Johns Hopkins researchers who last week announced they are laying the groundwork for a drug that erases traumatic memories have created a storm of controversy over whether the drug will involuntarily erase other useful memories or even alter a person’s life experience. Rather than wait for a controversial drug in the future, today’s trauma victims will find a simpler solution to post-traumatic stress disorder (PTSD) in “tapping”—a therapeutic treatment developed 30 years ago by Dr. Roger Callahan.
With Thought Field Therapy, tapping removes the negative emotions tied to the memory—but not the memory itself.
By tapping on various body touch-points in a specific sequence—under the eye and on the collarbone, for instance—TFT stimulates the body’s energy pathways similar to acupuncture, releasing stress, anxiety and emotions that are “stored” in the brain’s “thought field.”
Thousands of years ago, the Chinese mapped the body’s energy pathways and developed ways to eliminate pain and promote physical healing by using acupuncture to manipulate energy flows along these meridians. In the same way, TFT shows that these pathways can be accessed in order to heal emotional distress.
When using TFT for post-traumatic stress disorder, patients really don’t know how they have changed. They only know they are no longer bothered by the memory.
In other words, a patient’s life experience remains intact—but gone is the emotional wound, sometimes undetected, that causes lasting psychological and physical aftereffects such as anxiety, depression, a continual feeling of illness, even nightmares and hallucinations. In layman’s terms, TFT affects how the brain compiles information about the traumatic event by changing the coding system the brain uses to store the negative emotions.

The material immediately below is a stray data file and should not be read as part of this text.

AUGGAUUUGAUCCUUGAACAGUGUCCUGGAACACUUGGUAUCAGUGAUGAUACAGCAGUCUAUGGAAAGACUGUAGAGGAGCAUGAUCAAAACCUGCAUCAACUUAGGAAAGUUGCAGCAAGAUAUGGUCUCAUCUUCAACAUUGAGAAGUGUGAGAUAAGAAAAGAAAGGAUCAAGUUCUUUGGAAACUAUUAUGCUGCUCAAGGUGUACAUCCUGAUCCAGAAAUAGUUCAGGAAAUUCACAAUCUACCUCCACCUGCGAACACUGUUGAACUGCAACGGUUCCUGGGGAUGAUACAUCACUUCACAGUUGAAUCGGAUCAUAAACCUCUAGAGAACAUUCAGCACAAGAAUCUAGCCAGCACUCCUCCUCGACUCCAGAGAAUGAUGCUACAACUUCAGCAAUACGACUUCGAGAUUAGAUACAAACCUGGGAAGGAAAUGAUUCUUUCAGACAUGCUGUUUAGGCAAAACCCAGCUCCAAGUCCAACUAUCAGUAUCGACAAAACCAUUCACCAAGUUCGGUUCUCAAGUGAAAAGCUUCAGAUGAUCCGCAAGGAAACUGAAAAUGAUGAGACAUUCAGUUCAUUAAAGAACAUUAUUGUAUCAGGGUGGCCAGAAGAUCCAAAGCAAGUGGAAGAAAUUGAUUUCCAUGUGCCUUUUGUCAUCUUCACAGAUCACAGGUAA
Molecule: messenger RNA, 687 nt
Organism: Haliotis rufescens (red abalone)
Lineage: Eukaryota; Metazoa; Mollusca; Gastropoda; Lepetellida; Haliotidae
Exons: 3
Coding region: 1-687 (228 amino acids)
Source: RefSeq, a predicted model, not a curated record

Most importantly, TFT does no harm—while the idea of a “memory erasing drug” gave mental health professionals and ethics specialists pause. Quoted on their opinion of the Johns Hopkins research in The Baltimore Sun, some said loss of other memories—which can be called dementia when someone loses too much of their past—could occur if scientists produce a drug designed to selectively eliminate a single traumatic memory.
“Pills aren’t necessary to remove the negative effects of trauma,” says Dr. Roger Callahan, “and could even be dangerous if they accidentally erase other memories that are needed to function.”
Rape victims, war refugees, victims of traumatic surgeries, Haitian earthquake survivors—even soldiers returning from Afghanistan—have used TFT to get relief after all other methods have failed.
The International Journal of Emergency Mental Health reported on a 2006 study by PhD psychologist Caroline Sakai who used the tapping treatment with orphans of the 1994 Rwanda genocide. The outcomes of Sakai’s study, summarized in the Journal, exceed those of any previous peer-reviewed study of PTSD treatment in terms of speed, degree of effectiveness, and percentage of subjects who were helped.
And Guy Marriott, who trains British Special Forces in the Congo and provides security for international aid organizations in places like the Sudan, Zimbabwe and Haiti, trains his entire force in TFT as a fast, effective, cross-cultural technique for hostile environments.
The technique is also used by professional practitioners around the world who recognize it as an ethically sound, long-term solution to PTSD. Not only that but the technique is inexpensive and does not require patients to spend weeks in a therapist’s office.
If you would like to explore how TFT can help you please visit our home page and start with our free guide on beating stress and anxiety.
photo credit: centralasian